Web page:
If you believe that adults can suffer from identity theft or be mislead by online criminals, imagine what children can experience in case their online surfing time is not properly guided. In fact, parents should know that when children are online, it is just like they are out in public. Thus, educating kids and monitoring their online surfing time can save parents from the anguish of having to deal with an uncomfortable situation later.
Exposed to a variety of stimuli, children today are able to surf and visit websites, portals, enter chat rooms or participate in online games. Since technology has brought a tremendous shift in children's recreational time, kids should be taught that when they are talking with someone in a chat room or an instant message session, they are actually interacting with strangers unless they know in person the other party from the “real" world, like their school class or sports team.
A number of social studies reveal a shocking number. One in 4 children between the ages of 10 and 17 are exposed to *** explicit imagery and nearly 20 percent has received an unwanted *** solicitation during the past year. Although “kids are tough" and are not deeply hurt by these experiences as they consider them as a forbidden “fun" game between peers, a number of parents have reported that their children have been clearly disturbed by these type of online exposures. Surely, apart from the kids, parents are also extremely annoyed by the fact that unwanted exposures to *** and suitors have entered their kids’ lives through the virtual reality of a computer screen. But the fact remains that even when children are not looking for these kind of information online, they can readily find such material accidentally and then not to know how are they supposed to react.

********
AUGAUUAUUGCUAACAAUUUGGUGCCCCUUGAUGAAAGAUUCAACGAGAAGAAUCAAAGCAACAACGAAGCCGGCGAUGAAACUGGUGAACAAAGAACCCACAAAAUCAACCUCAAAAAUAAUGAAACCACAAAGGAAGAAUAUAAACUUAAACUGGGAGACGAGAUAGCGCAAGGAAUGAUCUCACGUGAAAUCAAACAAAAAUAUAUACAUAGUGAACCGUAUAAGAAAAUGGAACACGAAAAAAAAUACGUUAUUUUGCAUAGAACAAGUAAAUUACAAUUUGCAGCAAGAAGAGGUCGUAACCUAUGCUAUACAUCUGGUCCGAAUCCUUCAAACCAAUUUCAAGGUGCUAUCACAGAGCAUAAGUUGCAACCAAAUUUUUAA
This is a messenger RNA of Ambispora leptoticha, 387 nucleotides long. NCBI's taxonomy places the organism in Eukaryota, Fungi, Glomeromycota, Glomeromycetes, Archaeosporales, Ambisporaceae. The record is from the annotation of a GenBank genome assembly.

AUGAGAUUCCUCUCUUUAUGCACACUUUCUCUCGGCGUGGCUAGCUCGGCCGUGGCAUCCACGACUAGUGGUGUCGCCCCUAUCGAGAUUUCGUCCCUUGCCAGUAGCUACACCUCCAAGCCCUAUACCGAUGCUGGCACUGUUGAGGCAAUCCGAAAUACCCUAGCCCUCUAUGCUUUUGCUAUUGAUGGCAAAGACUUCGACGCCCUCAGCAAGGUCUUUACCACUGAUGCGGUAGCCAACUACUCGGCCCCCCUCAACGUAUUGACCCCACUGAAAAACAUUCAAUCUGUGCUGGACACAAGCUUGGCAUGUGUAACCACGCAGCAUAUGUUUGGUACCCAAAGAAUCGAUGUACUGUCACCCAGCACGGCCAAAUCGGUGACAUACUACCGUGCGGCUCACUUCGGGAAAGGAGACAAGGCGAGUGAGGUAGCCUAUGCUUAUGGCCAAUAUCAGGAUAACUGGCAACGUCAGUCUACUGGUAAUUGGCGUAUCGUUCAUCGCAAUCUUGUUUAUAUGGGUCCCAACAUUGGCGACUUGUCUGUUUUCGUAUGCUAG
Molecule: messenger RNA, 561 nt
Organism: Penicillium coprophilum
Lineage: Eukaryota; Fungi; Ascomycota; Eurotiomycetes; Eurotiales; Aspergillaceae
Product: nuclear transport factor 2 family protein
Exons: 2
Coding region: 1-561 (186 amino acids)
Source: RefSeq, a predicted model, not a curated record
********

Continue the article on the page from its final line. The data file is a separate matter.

The situation for parents seems very difficult and organizations, or administrative units like the Commission on Online Child Protection, have been examining the subject of online children protections in great extend. The problem is that safety issues and moral issues tend to overlap and while parents agree that their children online safety is among the top priorities on their list, they have not yet reached a stage of mutual agreement of their concerns or a reasonable and effective strategy to limit the chances of their kids being exposed to such kind of unwanted imagery or solicitations.
As no single solution currently exists, it is imperative for parents to educate their kids and explain that the internet is just like a city street with interesting parks and happy people but also full of dangerous characters and speedy drivers. Since identity can be hidden or even altered while one is online it is crucial to make sure your children understand not to reveal any information about their identity or whereabouts that would allow someone to track them down. Of course that means that no names, addresses, phone numbers, school or parents’ work locations and e-mail addresses. Finally, it is important for kids never to get together alone with someone they meet online. If for whatever reason, your child feels that it is absolutely imperative to get together with someone that they have “met" online, make sure it's in a public place, like a restaurant, at a reasonable hour and that a parent is present. Although this does not give you much assurance that everything will go well, you will at least be able to check the person's age, gender and demeanor.
Kadence Buchanan writes articles on many topics including Kids And Teens , Pets , and Aging